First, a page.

Regression tests can also check for a number of other things, such as product enhancements, fixes for an existing bug, and configuration changes. Most teams create test cases based on product guidelines and standards. If they are working in an agile environment, teams are most likely running tests based on user story acceptance criteria.

If your team has the capacity, consider using both visual regression testing and regression testing. You’ll be able to effectively squash front-end and back-end bugs.

Automated and manual visual regression testing

Now you’re probably asking yourself, “How on earth am I going to test this?” Well, you have options for automated and manual testing. There are a ton of automated options that allow you to take screenshots. It can be surprising how many visual regression testing tools are out there.

A couple of examples, along with their key features:

  • Percy stores the original DOM snapshot and page assets. Afterwards, they render the same page with different widths. You provide them with the breakpoints if you are testing for both mobile and web. The downside of Percy is that it doesn’t render Javascript. So if any of your changes rely on Javascript they might not show up. The website does mention, however, that you can contact them for workaround options.
  • Ghost Inspector tracks what your website is supposed to look like via their screenshot capture feature. They take a screenshot at the end of every test run. They review pixel by pixel to see if there are differences from the last screenshot. You can set a tolerance from 0%-90%. If the screenshot has changed more than that, it will flag a failure. The downside of Ghost Inspector is that the system compares a maximum area of 1600 x 20,000 pixels. This means any content further down than 20,000 pixels won’t be compared.

There are also other tools like PhantomCSS, PhantomJS, CasperJS, and Gruntost, which are command line tools. You can install all of them through the Node.js package manager npm. Essentially, you’ll be writing scripts to use them.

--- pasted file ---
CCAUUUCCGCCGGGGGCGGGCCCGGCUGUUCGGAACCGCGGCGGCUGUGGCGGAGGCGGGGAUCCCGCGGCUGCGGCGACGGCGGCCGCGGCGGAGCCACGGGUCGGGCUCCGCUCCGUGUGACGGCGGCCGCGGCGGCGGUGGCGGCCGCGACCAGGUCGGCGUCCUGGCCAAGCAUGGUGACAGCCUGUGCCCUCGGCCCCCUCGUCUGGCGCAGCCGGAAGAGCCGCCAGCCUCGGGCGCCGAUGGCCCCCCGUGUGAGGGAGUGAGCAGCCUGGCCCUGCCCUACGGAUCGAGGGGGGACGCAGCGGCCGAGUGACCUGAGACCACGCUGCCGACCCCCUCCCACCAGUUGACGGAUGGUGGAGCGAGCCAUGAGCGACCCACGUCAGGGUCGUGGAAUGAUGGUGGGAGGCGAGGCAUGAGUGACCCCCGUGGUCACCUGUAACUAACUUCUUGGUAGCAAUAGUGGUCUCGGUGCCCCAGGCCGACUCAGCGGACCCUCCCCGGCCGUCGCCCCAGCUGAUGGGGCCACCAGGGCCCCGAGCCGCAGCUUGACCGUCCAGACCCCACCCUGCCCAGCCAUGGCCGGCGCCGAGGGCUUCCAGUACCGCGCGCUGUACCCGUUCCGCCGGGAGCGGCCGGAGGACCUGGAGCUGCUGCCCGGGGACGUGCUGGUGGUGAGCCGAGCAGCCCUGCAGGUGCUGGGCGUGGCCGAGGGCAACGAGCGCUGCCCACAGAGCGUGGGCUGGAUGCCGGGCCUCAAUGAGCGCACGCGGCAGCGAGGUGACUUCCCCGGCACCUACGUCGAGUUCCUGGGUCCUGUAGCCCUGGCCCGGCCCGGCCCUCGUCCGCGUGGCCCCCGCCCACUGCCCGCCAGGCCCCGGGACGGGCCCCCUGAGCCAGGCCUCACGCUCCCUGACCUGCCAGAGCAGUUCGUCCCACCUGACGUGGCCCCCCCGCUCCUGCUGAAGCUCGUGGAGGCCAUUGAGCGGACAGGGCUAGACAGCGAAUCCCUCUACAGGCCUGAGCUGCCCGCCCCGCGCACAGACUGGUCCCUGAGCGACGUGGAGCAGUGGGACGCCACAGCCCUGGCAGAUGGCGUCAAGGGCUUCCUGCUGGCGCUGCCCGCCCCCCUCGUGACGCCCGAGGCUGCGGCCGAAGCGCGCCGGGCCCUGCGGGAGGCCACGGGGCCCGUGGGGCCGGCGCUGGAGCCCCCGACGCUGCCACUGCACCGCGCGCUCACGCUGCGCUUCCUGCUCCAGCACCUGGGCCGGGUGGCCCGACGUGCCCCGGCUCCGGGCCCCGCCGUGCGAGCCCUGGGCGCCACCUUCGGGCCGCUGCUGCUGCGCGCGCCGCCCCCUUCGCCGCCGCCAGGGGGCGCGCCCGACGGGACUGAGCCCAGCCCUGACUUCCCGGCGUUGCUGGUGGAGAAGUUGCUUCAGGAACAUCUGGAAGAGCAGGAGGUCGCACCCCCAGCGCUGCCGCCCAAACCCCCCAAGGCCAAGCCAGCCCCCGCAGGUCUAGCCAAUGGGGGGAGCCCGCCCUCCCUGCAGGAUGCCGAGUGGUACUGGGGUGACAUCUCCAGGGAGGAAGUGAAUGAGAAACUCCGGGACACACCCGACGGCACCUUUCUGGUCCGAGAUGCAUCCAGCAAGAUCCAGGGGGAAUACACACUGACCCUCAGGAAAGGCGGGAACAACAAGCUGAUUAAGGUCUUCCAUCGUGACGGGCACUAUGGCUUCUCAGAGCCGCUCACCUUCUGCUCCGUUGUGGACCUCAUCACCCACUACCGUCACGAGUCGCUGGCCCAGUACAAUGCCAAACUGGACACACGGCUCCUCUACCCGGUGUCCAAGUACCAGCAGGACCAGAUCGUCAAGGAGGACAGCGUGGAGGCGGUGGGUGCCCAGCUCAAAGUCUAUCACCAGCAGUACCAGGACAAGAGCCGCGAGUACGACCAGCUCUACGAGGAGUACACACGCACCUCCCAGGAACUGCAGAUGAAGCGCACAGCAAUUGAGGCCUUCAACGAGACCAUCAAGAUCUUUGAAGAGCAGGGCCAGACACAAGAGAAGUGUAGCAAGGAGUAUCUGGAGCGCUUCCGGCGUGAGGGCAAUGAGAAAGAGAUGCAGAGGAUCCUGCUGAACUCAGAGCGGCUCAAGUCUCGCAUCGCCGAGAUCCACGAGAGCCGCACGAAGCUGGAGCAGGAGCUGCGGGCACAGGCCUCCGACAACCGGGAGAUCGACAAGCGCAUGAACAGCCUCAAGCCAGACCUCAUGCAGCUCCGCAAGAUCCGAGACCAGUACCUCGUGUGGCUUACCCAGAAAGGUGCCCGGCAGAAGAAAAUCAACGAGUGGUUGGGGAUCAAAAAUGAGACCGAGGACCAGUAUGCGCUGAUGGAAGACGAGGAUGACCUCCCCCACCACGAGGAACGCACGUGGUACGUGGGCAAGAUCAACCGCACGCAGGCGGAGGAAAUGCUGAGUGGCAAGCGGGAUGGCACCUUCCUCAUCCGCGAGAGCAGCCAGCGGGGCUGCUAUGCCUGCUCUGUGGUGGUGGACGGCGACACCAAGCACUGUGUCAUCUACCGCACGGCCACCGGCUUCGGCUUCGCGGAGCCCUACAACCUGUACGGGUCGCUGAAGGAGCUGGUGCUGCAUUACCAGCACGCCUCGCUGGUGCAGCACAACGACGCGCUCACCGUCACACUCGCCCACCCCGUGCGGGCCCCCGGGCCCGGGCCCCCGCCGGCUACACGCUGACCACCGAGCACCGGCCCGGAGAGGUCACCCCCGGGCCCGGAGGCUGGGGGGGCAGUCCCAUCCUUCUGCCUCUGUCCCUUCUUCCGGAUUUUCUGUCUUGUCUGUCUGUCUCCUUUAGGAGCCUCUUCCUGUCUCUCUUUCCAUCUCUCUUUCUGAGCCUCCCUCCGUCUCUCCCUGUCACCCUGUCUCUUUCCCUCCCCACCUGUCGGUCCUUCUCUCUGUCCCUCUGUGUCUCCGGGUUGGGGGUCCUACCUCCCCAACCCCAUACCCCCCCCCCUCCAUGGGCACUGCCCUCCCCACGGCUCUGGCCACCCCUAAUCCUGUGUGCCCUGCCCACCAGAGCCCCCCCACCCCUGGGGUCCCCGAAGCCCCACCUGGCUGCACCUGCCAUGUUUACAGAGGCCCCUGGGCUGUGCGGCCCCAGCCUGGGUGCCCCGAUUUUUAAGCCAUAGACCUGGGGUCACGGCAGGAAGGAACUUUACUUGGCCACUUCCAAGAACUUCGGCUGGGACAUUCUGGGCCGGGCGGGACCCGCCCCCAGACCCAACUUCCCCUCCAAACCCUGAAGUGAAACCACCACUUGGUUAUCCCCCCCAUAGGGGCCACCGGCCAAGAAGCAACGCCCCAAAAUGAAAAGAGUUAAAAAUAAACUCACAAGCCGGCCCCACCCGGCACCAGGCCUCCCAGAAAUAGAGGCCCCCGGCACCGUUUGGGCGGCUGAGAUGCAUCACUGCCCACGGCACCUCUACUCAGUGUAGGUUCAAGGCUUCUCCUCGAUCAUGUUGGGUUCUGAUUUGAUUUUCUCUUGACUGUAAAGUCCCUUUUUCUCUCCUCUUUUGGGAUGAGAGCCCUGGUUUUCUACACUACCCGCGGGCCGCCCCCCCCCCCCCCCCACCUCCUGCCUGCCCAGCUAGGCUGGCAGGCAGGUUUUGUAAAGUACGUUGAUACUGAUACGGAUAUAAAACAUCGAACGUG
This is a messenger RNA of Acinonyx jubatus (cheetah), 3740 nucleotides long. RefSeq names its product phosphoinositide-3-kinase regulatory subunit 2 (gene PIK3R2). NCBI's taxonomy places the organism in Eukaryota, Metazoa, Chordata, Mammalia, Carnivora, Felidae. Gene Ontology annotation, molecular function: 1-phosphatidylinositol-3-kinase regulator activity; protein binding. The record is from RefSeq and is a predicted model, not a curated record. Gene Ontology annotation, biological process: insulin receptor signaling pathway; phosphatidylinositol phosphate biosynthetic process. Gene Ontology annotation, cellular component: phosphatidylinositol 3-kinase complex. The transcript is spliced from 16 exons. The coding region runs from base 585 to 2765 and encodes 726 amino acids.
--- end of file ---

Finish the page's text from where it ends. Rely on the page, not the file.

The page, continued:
Humans for testing dynamic data

Reviewing the pros and cons of automated visual regression testing, I’ve noticed some common issues with animation and dynamic data. Automating any dynamic data, such as a date/time change, can create a fail scenario since it picks up a difference between your previous and current screenshots.

If you have any animation on your website, you’ll have to find a way to freeze animated gifs on a specific frame. Or if the tool allows it, you can try to freeze the CSS animation and transition styles.

This is why I recommend adding humans as well. You can do this with crowdsourced testers on real devices. With a fast-changing UI, it may become difficult to do things such as freezing animations frame-by-frame while also trying to develop.

A crowdsourced tester can help keep an eye out for visual things you should focus on. They can also limit the false negatives and positives you’ll see by testing on real devices. The really great thing about crowdsourced testers is that you’ll have access to different users across the world on various platforms. These are essentially the same users of your product once you go to market. That’s why it can be helpful to combine both automated and manual testing.

In the famous words of Martin Leblanc, the founder of Iconfinder, “A user interface is like a joke. If you have to explain it, it’s not that good.” People shouldn’t be in the bathroom or the boardroom trying to figure out your UI—that’s just cruel.